Sunday, April 19, 2009

This is a Coffinberry Promo Review

This is a Coffinberry Promo
(self released)

In lew of writing a regular album review for Coffinberry, a band whom I consider to be the most underrated in the state of Ohio (and possibly the Midwest as a whole), I am going to review (or sum up) this strange CD that has been sitting in front of my computer for the past month. It’s not a ‘Cleveland Classic’ or even a proper release; it looks to be meant for the ears of a booker or some wing nut at a label but it makes for a nice DIY ‘Best Of’.

The cover art is another stellar mind fuck by local genius Jeremy Jakstas, another underrated Clevelander and one of Clevelanders best flyer and album artists. My favorite part is the vending machine in the drawing which clearly says ‘Pop’ not soda like these western jerk offs insist it’s called.

NOTE: As I play this CD the cockroaches in my apartment are braving the heat and starting to congregate on my desk. The big ones too; there has to be some sort of rock and roll cliché hidden there.

‘Cruise Control Psycho’ is a pop-raucous of an opener, easily one of the most memorable songs from their debut From Now on Now. It’s a good time capsule for where the band stood in 2005: happy, maybe a little in love with each other and full of good faith for what the future was going to bring them. I love how the drum roll in the beginning could have been the start of a steamrolling metal song but, instead, it brings us into a world of indie rock bliss and mentions of a ballerina.

‘Your Comeback’ follows and this one was the best song on the 2006 Sleush cassette, no question. Death Sweats cover it, the dirt balls at NTC know the words and it does a bruising on your heart strings. The riff somehow bounces which typically makes the balls of my feet roll back and forth as the lyrics tell a great little story of a departed couple, the line ‘All of the things you’ll think of/I though them first’ being the snidest comment ever heard in such a sweet tune.

Then ‘Just like the Light through Trees Do’ takes away any of that happiness and love I was talking about. Now we find Coffinberry in a dark place and it sounds fucking nice, like nineties alt-rock could have if the checks had not been so big. Nick Cross’ breaking voice is followed by a lonely guitar as he lets the cripples know where they can stay with (with him).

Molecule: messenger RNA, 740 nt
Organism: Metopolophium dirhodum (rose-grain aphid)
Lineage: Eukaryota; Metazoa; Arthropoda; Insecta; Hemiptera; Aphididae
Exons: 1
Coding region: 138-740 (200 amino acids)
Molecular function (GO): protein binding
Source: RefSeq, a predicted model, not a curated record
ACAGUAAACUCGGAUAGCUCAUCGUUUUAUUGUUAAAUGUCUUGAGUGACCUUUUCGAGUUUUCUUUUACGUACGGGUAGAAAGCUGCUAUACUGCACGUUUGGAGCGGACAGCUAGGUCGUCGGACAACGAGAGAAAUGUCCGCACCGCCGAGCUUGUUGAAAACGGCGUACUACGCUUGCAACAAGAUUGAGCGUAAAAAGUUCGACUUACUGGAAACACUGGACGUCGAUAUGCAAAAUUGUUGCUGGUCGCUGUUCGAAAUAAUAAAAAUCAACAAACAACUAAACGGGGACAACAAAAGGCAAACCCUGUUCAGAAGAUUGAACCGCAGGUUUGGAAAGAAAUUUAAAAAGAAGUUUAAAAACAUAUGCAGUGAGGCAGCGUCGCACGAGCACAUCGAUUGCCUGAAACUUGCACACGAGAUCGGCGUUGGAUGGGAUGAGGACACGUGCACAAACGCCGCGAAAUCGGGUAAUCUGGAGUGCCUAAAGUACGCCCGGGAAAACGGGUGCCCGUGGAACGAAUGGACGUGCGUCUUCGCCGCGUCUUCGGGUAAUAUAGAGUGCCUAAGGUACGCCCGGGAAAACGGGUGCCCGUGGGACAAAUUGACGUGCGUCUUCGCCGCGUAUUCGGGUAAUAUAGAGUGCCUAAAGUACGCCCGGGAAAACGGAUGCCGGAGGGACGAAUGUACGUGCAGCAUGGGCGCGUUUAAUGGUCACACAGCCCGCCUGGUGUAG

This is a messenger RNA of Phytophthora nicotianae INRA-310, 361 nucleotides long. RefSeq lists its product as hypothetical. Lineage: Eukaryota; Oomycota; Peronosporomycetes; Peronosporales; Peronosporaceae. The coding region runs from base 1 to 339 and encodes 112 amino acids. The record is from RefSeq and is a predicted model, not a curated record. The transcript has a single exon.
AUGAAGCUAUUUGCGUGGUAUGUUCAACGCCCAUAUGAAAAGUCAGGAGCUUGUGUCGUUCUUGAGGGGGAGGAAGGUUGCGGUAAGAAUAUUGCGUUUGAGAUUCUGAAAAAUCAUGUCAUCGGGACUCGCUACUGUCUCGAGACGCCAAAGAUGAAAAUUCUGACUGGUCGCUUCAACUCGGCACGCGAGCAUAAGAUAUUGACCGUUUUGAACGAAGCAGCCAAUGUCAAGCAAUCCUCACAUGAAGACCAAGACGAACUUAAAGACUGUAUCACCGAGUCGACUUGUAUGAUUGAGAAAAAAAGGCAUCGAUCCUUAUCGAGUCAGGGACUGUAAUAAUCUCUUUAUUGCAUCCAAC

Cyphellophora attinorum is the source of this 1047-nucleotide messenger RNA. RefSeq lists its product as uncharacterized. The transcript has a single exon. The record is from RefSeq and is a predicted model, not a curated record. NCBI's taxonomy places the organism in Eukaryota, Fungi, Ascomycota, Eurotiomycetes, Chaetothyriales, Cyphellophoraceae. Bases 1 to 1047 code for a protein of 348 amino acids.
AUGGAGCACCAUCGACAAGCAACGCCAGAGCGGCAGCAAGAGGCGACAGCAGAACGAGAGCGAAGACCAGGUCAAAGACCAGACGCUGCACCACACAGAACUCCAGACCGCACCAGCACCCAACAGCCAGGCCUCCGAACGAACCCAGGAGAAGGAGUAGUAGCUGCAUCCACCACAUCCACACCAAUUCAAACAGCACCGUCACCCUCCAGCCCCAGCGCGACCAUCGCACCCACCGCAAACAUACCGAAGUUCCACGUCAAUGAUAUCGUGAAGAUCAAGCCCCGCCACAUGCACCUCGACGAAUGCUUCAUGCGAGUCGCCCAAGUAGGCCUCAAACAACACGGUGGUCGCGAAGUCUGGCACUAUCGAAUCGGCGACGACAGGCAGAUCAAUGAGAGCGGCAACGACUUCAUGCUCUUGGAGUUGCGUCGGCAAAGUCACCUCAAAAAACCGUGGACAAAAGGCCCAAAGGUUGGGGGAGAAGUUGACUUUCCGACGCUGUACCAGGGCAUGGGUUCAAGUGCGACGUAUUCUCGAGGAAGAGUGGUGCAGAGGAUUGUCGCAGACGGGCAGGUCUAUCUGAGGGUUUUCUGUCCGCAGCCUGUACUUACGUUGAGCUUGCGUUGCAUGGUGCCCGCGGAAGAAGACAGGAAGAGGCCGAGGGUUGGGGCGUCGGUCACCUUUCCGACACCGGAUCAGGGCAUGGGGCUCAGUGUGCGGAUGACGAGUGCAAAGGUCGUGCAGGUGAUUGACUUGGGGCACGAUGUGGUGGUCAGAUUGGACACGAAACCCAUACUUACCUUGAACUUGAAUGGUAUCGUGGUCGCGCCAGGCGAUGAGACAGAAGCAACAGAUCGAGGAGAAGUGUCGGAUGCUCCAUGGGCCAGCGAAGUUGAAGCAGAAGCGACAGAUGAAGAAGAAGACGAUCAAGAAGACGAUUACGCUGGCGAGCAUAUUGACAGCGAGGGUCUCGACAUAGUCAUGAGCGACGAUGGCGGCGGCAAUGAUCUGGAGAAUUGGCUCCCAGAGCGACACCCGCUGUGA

God Damn Dogs is my favorite Coffinberry release. It’s the record I originally wanted to review for either Scene or Deadtown but I never had the guts (or the words) to pull it off. I understand I keep pressing the word ‘easily’ down your overstuffed throats but I really do think that it is ‘easily’ the coolest rock record to come out of Cleveland in an ‘easy’ decade. On this taste of their recording chops they offer two songs. ‘Bombs and Palm Trees’ is as skuzzy and as weirdly alt-metallic as Sun God but also a taste of what Nirvana might have been like had they been from Snowy Cleveland rather than that coffee stain north of me.

They leave us with ‘Little Child of Dementia’ EASILY the catchiest song you’ve heard in ages. EASILY way better than anything playing on the radio. EASILY a set closer for an opener for, let’s say, U2 or some such gnarly shit. Not that I’m comparing them to those rat bastards, I’m just saying this is the closet thing to break out music heard from Cleveland since the Choir.

I’m not jumping on any local band wagons; I’ve known these guys for years and have always been a big fan. After spending the last year or so working on the other end of the music business it really blows my mind that Coffinberry is not on a label, playing big venues and racking up a lot of mentions in shit rags like Spin or (god forbid) Filter. If that did happen I like to think that they would stay in the same house in the same part of the Cle west side and continue to write the type of music that only people from Cleveland could: music full of pain and heartbreak but created with hope and belief. This is believeland after all and I am pulling for these guys to bring us a title.

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